An Empirical Phenomenological-Psychological Investigation of Urinary Urgency in Incontinent Women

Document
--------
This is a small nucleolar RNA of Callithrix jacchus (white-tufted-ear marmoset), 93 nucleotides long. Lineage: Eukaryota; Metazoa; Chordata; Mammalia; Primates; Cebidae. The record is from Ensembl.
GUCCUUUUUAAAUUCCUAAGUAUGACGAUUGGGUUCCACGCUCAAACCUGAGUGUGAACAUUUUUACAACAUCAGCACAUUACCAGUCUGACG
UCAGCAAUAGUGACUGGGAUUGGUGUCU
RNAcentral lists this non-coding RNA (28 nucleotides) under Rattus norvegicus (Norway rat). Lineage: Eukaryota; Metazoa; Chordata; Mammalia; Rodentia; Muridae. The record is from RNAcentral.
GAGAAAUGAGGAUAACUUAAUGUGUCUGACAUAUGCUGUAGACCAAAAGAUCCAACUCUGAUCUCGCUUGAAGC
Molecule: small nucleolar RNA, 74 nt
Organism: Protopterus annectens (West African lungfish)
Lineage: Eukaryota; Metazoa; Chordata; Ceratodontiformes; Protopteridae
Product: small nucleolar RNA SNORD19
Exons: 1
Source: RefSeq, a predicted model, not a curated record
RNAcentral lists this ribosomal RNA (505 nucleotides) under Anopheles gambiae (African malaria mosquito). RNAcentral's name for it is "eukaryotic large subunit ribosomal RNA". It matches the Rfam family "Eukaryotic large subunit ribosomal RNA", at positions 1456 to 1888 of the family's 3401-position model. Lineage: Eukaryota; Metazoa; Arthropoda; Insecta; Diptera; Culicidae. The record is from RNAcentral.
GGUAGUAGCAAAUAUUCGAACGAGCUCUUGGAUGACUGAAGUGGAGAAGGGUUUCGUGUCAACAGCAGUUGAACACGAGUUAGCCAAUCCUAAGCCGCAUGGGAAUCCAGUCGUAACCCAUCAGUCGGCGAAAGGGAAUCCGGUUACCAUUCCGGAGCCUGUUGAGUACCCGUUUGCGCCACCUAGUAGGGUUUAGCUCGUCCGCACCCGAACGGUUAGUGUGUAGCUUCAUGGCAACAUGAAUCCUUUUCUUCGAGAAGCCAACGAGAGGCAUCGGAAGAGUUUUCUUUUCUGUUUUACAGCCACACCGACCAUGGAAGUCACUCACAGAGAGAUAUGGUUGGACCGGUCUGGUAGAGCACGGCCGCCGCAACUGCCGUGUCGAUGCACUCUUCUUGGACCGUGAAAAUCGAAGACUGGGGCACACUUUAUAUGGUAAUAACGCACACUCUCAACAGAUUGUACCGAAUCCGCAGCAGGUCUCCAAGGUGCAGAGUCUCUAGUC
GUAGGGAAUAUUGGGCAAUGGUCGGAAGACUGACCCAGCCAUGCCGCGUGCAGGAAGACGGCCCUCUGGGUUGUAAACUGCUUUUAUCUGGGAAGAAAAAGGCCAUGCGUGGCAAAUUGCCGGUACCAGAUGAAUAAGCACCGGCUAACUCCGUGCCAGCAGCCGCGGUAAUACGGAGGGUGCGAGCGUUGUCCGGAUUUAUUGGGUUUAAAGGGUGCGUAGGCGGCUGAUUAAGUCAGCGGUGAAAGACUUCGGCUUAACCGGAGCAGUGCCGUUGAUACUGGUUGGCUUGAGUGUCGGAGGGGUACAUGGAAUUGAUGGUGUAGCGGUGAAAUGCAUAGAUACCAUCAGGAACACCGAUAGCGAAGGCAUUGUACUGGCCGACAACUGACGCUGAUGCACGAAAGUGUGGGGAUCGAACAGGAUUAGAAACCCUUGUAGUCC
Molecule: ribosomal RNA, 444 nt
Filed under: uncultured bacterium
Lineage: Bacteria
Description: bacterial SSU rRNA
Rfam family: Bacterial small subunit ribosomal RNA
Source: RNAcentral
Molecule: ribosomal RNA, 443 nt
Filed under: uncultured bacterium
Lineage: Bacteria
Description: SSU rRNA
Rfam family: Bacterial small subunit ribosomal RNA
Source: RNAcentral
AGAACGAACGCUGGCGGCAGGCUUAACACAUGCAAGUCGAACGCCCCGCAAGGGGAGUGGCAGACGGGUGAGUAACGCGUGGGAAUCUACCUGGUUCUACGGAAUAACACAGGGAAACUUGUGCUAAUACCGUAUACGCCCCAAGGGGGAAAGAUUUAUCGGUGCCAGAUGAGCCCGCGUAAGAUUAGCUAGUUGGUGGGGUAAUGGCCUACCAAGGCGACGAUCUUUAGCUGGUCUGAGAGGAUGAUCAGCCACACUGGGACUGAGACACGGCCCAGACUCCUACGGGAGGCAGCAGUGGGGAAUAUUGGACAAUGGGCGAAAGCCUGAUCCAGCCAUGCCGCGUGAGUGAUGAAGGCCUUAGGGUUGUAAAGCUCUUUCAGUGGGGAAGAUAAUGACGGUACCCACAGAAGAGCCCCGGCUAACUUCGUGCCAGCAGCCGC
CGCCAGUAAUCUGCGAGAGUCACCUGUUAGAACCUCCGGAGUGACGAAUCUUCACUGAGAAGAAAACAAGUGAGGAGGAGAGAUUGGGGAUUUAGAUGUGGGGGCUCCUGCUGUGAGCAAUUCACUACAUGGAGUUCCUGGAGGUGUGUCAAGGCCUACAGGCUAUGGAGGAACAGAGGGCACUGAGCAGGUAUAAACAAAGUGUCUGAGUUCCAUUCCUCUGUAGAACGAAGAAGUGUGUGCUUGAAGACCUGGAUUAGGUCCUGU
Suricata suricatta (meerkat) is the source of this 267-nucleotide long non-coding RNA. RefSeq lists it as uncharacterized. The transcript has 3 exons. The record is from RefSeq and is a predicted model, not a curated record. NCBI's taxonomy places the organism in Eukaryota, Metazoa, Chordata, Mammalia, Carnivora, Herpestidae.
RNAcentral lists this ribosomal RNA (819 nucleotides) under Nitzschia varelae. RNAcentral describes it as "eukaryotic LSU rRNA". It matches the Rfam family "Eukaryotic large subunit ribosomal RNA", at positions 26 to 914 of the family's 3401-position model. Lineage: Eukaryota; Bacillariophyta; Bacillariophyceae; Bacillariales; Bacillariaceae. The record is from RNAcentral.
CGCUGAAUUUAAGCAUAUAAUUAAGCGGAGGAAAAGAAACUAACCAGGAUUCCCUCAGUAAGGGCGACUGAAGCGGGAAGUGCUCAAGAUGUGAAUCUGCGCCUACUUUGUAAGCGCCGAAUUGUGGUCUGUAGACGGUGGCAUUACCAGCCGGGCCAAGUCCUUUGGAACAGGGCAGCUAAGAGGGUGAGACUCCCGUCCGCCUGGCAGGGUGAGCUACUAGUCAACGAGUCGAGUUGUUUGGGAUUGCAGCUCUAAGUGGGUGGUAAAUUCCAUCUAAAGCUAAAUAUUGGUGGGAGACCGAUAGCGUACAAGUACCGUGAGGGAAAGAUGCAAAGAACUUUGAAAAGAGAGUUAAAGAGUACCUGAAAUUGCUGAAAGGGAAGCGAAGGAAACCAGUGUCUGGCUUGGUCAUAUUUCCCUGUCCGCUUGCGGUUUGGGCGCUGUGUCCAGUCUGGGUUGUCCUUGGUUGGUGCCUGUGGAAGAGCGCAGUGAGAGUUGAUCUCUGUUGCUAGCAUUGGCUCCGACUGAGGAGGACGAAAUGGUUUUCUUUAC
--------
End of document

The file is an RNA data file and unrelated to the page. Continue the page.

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Many barriers to help seeking for urinary incontinence (UI) have been reported in the literature. In the past decade, studies of Overactive Bladder Syndrome (OABS), a condition characterized by symptoms of urinary urgency with or without urgency incontinence, have suggested that urinary urgency may be a useful target to promote recognition of continence problems at earlier stages of illness. This qualitative study was conducted to advance health promotion through the clarification of the phenomenon of urinary urgency in ambulatory incontinent women diagnosed with OABS. Ten female patients with a diagnosis of OABS or mixed UI with clinically significant urinary urgency were recruited at a community urological clinic. Interviews were conducted to obtain descriptions of situations in which urinary urgency occurred. Three transcripts were analyzed using the empirical phenomenological-psychological approach and a single psychological structure was generated. Phenomenological reflections revealed that urinary urgency was an episodic phenomenon that was lived through in association with a concomitant urine flow (flow urgency) or a sense of imminent flow (pre-flow urgency). During episodes of urinary urgency, participants were aware that they lacked the capacity to contain urine in a situation (sense of inefficacy), and they felt “pressed” to get to a toilet quickly, as well as uncertain about being able to get to a toilet before urine leakage emerged. Irrespective of whether urine leakage occurred, all participants described emotional sequelae related to the disclosure of urinary flow to others (i.e., distress, embarrassment, sense of inadequacy), which the women attempted to alleviate using material, psychological, relational, and medical strategies. The emotional impact was intensified when access to toilets was hindered by idiographic health and environmental circumstances. These structural features may be useful for enhancing communication between healthcare practitioners and patients regarding urgency during consultations. The results supported a conception of urine containment as an embodied, generative capability that is influenced by one sense of efficacy, or self belief in that capability. The results also supported the need to explore ways in which self-efficacy could be enhanced in patients diagnosed with OABS as a means to promote therapeutic change.